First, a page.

· Features

HR health and wellbeing special 3/6: Can workforce resilience be nurtured to cope with economic downturn, bereavement, conflict and mental health concerns?

Although some commentators see ‘resilience’ simply as the latest buzzword for managing stress, in its purest sense it refers to the ability to bounce back from adversity.

As this quality is heavily interlinked with the health, happiness and general wellbeing of employees, it is not surprising that the most resilient workforces tend to avoid old-school, intense working practices and long working hours.

Oliver Gray, managing director of wellbeing services firm, energiseYou, says: "The new school is creating a culture in which people are far more productive and healthy. Google and eBay are good examples of new school employers and certain law firms and banks are very much starting to move in this direction. Staff who are engaged, energised and resilient will be far more productive than those who aren't and there are pockets in every industry where directors 'get it' and can see this is a way of outperforming their competitors."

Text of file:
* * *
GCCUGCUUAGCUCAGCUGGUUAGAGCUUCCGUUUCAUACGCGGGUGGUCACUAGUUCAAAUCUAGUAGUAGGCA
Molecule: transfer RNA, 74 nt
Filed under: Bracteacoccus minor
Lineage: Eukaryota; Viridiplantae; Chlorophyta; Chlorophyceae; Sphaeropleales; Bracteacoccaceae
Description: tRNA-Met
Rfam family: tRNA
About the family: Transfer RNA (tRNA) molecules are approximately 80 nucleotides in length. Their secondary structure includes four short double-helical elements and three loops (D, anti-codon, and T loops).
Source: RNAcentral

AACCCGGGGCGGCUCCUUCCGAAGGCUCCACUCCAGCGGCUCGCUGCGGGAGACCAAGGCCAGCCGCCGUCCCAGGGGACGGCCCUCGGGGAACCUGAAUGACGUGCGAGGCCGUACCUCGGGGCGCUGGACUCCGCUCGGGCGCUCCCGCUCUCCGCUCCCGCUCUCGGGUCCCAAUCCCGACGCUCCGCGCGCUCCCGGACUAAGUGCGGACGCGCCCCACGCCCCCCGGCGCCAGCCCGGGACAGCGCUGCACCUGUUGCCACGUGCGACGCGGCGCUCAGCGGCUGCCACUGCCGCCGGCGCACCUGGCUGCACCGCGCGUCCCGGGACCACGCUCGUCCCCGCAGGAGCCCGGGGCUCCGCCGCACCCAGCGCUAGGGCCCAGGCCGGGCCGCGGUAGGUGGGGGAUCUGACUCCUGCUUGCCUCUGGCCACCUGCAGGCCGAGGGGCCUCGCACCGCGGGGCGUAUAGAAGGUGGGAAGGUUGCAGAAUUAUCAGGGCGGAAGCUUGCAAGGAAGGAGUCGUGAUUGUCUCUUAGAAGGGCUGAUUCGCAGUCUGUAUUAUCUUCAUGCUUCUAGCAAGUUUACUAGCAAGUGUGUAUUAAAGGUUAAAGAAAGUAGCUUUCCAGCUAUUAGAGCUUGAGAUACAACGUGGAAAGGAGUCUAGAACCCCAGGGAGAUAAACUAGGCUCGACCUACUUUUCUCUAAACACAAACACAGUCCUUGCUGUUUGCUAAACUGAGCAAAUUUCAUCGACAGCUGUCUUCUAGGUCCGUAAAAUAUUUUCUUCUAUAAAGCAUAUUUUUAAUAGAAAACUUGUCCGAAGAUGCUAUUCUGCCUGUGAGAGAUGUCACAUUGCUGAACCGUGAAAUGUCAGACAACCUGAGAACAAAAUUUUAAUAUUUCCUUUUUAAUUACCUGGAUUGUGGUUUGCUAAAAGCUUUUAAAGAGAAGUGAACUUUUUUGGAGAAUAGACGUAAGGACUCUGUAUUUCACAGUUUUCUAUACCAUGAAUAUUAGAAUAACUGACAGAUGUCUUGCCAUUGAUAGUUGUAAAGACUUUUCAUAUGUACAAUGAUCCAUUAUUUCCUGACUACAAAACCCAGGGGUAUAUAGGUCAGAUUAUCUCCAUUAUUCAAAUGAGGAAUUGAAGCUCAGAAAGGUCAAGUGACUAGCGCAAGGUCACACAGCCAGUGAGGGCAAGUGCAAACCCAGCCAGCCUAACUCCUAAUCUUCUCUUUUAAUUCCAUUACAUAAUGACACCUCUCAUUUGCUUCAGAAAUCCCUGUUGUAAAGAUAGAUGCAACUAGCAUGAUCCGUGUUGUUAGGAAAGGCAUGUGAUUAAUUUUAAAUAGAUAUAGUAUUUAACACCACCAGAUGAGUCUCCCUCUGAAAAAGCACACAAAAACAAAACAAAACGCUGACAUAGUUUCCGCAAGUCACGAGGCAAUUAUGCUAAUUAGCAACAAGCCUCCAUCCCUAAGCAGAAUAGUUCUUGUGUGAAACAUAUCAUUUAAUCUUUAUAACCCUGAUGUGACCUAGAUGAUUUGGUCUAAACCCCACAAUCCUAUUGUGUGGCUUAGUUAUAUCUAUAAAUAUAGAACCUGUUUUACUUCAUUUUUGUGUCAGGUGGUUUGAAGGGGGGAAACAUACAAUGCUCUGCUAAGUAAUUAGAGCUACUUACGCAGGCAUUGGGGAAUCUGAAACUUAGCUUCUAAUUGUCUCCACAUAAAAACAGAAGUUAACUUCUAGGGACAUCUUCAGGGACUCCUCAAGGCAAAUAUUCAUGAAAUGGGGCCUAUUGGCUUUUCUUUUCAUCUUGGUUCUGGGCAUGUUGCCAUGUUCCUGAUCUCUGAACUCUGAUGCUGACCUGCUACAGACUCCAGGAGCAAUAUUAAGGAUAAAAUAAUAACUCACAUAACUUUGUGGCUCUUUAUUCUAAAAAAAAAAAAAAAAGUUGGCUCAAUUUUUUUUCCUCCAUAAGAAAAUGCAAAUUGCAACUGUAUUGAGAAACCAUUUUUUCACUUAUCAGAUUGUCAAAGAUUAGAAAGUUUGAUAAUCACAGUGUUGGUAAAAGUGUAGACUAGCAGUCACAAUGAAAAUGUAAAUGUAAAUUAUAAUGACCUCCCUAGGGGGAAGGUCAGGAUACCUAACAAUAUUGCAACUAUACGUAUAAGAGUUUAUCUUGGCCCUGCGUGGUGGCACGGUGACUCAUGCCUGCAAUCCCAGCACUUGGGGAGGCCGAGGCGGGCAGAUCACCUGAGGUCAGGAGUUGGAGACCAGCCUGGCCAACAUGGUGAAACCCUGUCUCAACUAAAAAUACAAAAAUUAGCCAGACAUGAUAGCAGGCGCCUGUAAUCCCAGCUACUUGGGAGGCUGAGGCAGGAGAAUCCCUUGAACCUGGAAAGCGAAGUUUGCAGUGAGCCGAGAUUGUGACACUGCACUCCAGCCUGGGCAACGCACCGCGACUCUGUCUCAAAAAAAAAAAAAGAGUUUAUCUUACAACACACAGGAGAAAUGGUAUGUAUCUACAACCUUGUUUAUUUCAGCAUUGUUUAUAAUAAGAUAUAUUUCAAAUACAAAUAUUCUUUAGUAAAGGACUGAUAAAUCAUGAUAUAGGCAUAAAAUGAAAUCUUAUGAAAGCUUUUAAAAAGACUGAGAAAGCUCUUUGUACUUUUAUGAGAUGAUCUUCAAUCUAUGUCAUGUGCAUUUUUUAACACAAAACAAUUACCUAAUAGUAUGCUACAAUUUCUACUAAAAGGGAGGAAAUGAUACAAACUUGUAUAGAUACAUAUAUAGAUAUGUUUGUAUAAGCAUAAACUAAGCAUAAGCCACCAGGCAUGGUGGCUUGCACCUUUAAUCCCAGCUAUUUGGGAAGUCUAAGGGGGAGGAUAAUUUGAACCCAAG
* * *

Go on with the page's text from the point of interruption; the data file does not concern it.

No employer can be certain they have a highly resilient workforce until they are genuinely challenged. Jason Britton, executive director of insurance brokers Jelf Manson, acknowledges he learned more about the resilience of his own workforce during the tough times than when things were good. He says: "When the chips are down and you ask the extra, you see pretty quickly the people standing up."

Even if you have such retrospective proof, past history cannot be relied upon to predict the future, warns Mark Ratnarajah, business development director at insurer Capita Wellbeing and Health. "People can take a small amount of stress, but it can build and build until it reaches a point when they burn out - and past history won't tell you if there is future risk of burnout," he explains. But some accredited stress questionnaires have questions specifically focused on resilience - and role-plays and workshops can shed light on how well people cope under pressure. Anonymous employee opinion surveys, short-term sickness absence statistics and staff turnover figures can all provide clues, as can the general working atmosphere.

Jenny Leeser, assistant medical director at Bupa Health and Wellbeing, says: "There is no single measure for resilience, so you are dealing with surrogate measures. A lot are similar to those used for measuring stress, but resilience is a more positive way of looking at things. If the workplace environment and employee mental and physical health are in good shape, you are more likely to be in a resilient position when something happens."

As a starting point, employers must accept that some employees are naturally more resilient than others. Eugene Farrell, key accounts director at AXA PPP healthcare, explains: "Resilient people tend to have more positive personalities and thought patterns, and their confidence tends to be higher. Resilience is partly about coping and being positive and having confidence and competence and experience to draw on."